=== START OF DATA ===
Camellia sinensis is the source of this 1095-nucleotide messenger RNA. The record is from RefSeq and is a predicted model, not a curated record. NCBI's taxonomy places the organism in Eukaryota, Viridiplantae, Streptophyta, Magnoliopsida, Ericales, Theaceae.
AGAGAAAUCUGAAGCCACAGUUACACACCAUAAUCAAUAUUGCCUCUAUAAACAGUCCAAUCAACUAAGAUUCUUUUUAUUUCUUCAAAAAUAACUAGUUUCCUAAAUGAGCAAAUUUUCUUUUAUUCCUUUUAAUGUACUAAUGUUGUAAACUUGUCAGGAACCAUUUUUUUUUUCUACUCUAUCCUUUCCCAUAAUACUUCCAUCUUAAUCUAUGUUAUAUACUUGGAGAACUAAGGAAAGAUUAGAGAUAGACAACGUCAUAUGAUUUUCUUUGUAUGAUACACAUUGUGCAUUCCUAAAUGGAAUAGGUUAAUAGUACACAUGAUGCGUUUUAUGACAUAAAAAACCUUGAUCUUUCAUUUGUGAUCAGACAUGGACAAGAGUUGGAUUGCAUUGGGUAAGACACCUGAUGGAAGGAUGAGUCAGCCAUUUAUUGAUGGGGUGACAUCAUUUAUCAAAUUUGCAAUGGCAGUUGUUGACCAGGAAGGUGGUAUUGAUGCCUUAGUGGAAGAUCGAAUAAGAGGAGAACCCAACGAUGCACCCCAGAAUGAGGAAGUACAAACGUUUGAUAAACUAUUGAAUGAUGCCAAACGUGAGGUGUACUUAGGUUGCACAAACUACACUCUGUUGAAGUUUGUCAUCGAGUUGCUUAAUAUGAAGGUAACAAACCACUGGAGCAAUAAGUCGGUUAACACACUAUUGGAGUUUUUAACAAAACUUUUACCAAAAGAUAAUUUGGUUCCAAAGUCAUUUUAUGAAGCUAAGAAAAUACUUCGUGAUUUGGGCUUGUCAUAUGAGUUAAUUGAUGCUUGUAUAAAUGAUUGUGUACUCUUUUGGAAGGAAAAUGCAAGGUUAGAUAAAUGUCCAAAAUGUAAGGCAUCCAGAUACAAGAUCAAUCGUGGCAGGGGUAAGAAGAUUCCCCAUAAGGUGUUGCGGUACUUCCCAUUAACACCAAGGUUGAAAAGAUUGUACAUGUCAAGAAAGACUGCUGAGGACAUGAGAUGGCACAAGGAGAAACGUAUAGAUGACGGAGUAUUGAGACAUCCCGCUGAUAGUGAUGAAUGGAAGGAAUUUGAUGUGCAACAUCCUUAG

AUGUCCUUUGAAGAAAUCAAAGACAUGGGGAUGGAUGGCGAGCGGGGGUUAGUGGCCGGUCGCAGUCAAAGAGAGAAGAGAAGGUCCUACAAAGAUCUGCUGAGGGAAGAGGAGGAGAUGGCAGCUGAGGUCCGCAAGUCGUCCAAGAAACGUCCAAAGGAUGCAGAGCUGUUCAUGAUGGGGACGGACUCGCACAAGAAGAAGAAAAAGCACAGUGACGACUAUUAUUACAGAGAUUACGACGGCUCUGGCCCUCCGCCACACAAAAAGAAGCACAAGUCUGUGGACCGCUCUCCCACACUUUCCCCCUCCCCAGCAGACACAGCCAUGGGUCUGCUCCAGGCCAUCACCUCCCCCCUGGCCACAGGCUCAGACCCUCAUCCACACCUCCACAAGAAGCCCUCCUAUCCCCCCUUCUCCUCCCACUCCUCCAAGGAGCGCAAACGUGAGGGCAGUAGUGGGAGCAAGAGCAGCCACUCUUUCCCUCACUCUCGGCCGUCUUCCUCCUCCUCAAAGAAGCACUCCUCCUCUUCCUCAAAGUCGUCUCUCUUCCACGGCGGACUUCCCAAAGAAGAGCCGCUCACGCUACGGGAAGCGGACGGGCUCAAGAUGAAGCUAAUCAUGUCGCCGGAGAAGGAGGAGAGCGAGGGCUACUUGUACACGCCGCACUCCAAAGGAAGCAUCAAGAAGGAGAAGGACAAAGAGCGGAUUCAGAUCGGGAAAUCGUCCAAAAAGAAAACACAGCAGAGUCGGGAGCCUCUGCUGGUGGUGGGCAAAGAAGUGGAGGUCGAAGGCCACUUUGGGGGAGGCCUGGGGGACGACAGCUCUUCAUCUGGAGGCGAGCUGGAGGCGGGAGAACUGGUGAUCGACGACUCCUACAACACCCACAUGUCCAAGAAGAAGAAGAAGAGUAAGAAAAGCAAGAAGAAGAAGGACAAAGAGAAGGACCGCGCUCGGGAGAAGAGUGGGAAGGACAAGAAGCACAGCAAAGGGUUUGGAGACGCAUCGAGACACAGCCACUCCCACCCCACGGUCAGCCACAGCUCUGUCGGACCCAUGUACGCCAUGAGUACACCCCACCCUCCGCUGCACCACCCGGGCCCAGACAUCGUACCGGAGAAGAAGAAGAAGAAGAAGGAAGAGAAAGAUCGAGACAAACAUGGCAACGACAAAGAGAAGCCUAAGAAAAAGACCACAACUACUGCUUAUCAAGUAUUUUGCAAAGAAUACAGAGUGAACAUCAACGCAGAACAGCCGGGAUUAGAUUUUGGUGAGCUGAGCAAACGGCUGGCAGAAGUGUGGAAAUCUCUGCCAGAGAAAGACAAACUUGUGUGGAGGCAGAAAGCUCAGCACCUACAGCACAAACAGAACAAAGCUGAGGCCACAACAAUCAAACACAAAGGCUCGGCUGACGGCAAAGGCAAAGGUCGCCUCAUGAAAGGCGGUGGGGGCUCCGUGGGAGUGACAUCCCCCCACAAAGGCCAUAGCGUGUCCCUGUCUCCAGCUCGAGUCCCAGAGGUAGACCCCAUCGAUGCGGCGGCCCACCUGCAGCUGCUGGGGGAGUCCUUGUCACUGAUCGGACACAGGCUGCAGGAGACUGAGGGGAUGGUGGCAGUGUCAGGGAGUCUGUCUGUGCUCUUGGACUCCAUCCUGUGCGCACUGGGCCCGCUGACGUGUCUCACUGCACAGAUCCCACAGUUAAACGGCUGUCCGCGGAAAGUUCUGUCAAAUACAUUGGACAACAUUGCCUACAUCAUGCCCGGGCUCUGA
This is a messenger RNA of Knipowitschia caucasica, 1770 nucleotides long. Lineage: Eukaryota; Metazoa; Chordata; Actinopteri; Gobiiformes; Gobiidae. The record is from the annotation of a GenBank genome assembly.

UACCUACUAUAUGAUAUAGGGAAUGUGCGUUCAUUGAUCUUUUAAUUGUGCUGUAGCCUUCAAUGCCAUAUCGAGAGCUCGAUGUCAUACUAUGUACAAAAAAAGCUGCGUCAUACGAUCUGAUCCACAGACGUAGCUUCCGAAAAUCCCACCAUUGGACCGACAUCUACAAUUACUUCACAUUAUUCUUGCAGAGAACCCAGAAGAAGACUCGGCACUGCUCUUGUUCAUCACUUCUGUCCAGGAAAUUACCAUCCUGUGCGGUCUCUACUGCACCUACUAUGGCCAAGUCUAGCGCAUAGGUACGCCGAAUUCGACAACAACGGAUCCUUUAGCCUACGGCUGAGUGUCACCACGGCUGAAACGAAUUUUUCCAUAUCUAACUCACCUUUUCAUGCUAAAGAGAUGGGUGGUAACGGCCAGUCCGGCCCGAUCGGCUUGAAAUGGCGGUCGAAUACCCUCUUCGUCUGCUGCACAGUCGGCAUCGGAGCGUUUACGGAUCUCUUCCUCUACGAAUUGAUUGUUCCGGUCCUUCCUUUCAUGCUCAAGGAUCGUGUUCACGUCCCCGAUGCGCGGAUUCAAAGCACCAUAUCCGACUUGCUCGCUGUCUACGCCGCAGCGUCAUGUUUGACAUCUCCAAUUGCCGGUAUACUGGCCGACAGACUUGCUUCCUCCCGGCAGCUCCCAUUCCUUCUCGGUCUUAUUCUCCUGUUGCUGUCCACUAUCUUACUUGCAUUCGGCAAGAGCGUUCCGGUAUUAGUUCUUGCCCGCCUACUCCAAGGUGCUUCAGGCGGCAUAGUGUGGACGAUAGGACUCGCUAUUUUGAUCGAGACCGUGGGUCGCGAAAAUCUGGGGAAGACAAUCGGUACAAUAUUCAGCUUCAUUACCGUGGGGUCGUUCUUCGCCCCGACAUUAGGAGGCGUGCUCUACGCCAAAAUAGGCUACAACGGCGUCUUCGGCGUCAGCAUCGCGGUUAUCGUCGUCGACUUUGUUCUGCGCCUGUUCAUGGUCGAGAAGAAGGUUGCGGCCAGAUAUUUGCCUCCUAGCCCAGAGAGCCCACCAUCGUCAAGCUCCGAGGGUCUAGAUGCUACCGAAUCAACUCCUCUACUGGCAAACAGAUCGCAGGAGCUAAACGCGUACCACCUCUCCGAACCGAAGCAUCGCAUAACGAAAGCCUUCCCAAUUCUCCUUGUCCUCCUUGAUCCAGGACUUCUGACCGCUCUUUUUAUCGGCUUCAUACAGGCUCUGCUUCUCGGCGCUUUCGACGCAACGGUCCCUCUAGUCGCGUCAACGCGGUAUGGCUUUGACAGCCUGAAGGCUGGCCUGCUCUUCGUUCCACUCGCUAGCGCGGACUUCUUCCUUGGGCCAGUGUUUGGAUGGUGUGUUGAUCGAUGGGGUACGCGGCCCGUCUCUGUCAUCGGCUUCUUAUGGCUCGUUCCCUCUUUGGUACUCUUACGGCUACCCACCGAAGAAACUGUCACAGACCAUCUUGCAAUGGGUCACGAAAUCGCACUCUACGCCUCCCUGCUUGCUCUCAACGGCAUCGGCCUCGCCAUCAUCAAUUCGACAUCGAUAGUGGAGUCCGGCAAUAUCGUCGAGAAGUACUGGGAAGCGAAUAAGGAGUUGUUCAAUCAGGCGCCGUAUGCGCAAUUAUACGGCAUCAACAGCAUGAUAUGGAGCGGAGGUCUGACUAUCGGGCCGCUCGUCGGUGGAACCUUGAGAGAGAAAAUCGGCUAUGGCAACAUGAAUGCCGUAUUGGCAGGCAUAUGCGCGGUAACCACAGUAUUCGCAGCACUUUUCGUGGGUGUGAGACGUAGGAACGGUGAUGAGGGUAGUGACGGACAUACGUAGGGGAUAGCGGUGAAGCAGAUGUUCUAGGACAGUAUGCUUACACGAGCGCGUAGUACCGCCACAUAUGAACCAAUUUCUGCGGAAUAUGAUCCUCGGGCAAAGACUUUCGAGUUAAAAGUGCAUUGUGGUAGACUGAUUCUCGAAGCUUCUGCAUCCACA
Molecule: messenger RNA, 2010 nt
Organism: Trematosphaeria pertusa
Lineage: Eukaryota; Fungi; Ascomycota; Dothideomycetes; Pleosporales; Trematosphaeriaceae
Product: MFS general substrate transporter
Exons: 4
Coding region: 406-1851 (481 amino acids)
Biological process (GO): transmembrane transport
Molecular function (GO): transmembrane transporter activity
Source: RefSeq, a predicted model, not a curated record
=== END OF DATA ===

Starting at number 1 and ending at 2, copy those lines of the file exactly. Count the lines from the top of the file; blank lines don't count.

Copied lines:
Camellia sinensis is the source of this 1095-nucleotide messenger RNA. The record is from RefSeq and is a predicted model, not a curated record. NCBI's taxonomy places the organism in Eukaryota, Viridiplantae, Streptophyta, Magnoliopsida, Ericales, Theaceae.
AGAGAAAUCUGAAGCCACAGUUACACACCAUAAUCAAUAUUGCCUCUAUAAACAGUCCAAUCAACUAAGAUUCUUUUUAUUUCUUCAAAAAUAACUAGUUUCCUAAAUGAGCAAAUUUUCUUUUAUUCCUUUUAAUGUACUAAUGUUGUAAACUUGUCAGGAACCAUUUUUUUUUUCUACUCUAUCCUUUCCCAUAAUACUUCCAUCUUAAUCUAUGUUAUAUACUUGGAGAACUAAGGAAAGAUUAGAGAUAGACAACGUCAUAUGAUUUUCUUUGUAUGAUACACAUUGUGCAUUCCUAAAUGGAAUAGGUUAAUAGUACACAUGAUGCGUUUUAUGACAUAAAAAACCUUGAUCUUUCAUUUGUGAUCAGACAUGGACAAGAGUUGGAUUGCAUUGGGUAAGACACCUGAUGGAAGGAUGAGUCAGCCAUUUAUUGAUGGGGUGACAUCAUUUAUCAAAUUUGCAAUGGCAGUUGUUGACCAGGAAGGUGGUAUUGAUGCCUUAGUGGAAGAUCGAAUAAGAGGAGAACCCAACGAUGCACCCCAGAAUGAGGAAGUACAAACGUUUGAUAAACUAUUGAAUGAUGCCAAACGUGAGGUGUACUUAGGUUGCACAAACUACACUCUGUUGAAGUUUGUCAUCGAGUUGCUUAAUAUGAAGGUAACAAACCACUGGAGCAAUAAGUCGGUUAACACACUAUUGGAGUUUUUAACAAAACUUUUACCAAAAGAUAAUUUGGUUCCAAAGUCAUUUUAUGAAGCUAAGAAAAUACUUCGUGAUUUGGGCUUGUCAUAUGAGUUAAUUGAUGCUUGUAUAAAUGAUUGUGUACUCUUUUGGAAGGAAAAUGCAAGGUUAGAUAAAUGUCCAAAAUGUAAGGCAUCCAGAUACAAGAUCAAUCGUGGCAGGGGUAAGAAGAUUCCCCAUAAGGUGUUGCGGUACUUCCCAUUAACACCAAGGUUGAAAAGAUUGUACAUGUCAAGAAAGACUGCUGAGGACAUGAGAUGGCACAAGGAGAAACGUAUAGAUGACGGAGUAUUGAGACAUCCCGCUGAUAGUGAUGAAUGGAAGGAAUUUGAUGUGCAACAUCCUUAG